Published: 05/03/2020 by Kayleigh Walter
I’m sure you’ve heard of the ‘It’s A Tide Ad’ Super Bowl commercial by now. The one with David Harbour from Stranger Things? I mean we’re late getting around to writing about it but you’ve no excuse for not seeing it. Check it out, we’ll wait..
Procter and Gamble worked with Saatchi & Saatchi to create a brilliant and inspiring montage of stereotypical advertisements sharing one thing in common, well two if you include David harbour. The basic idea was to replicate a number of American product advertising cliches and recreate them leaving everyone asking the very same question - Is every ad a Tide Ad? It was a very smart and genius move that had everyone talking about it and many during the Superbowl found themselves wondering with every Ad that played, ‘is this a Tide Ad?’
It was very well thought out because they created something that you couldn't forget and it was targeted to those in the Stadium, making their audience question every Ad they saw. By putting a spin on the cliches and using a well-loved actor like David Harbour, they were able to create a fun loving character who the audience were happy to follow throughout his advertising journey. They peppered their Ads throughout the game, ultimately hijacking the airtime and ensuring no matter what ad was showing or what it was selling, they wanted everyone to remember their Ad, reminding the audience to question themselves. - Could this be another Tide Ad?
Tide paid for 90 seconds of airtime and 10 seconds of billboard time costing Proctor and Gamble tens of millions of dollars to run these ads, but why? Why would Tide, an American laundry detergent feel the need to spend that much money on advertising its product? I'm sure there are a number of reasons that could have resulted in them making the decision to join the Super Bowl line up because let's face it, half of the people watch it for the game, while the other half watch it for the ads' so it's a great platform to advertise your product. One potential reason could be because of The Tide Pod Challenge. I'm guessing you've heard of it, not lately? I wonder why that is.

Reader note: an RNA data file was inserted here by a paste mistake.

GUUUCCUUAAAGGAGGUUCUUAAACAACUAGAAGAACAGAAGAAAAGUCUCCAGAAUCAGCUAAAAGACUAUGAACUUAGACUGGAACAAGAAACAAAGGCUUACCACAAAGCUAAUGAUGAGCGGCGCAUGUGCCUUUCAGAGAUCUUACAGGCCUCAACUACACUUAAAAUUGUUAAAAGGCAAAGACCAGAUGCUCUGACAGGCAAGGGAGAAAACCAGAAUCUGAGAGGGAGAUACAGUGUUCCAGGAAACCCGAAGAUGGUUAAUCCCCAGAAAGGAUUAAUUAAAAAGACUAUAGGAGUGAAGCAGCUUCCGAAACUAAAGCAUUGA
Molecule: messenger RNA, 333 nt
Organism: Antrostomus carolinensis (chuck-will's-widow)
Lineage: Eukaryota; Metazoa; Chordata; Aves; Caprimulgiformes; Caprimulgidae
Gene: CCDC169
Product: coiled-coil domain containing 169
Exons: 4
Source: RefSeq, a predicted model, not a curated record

The Tide Pod challenge is something of a ridiculous social media craze that arose last year. Children and some Adults (why?) took on the challenge of eating a tide pod, recorded themselves doing it and then shared the video online. #TidePodChallenge I’m asking why too, these people found themselves being sick on camera while live streaming, others were being rushed to the hospital and some came close to losing their life because they’d been duped into eating dangerous chemicals within the Tide Pod. As you can imagine bad press surrounded the brand as they tried, with very little success to get people to stop.
In this day and age, once something has become a social trend, no matter how weird or dangerous, it becomes very hard to control it. There is no reigning something in once it's gone viral so there would have been very little Tide could have done to stop this weird trend from escalating. So what did they decide to do? Give you something else to talk about, create their own piece of content that could go viral.
Flashforward to months after Super Bowl Sunday and when I say Tide now, do you think of the Tide Pod Challenge? Or David Harbour dressed all in a variety of clean outfits in ridiculous settings? I know what I remember. Tide has created a flawless commercial that pokes fun at its competitors in a fun and light way all while using the stereotypes to their advantage and creating an ad that will be hard to forget. When every advert you're watching has the potential to be a Tide Ad.
So before I go I’m going to leave you with one question.
Is every ad a Tide Ad?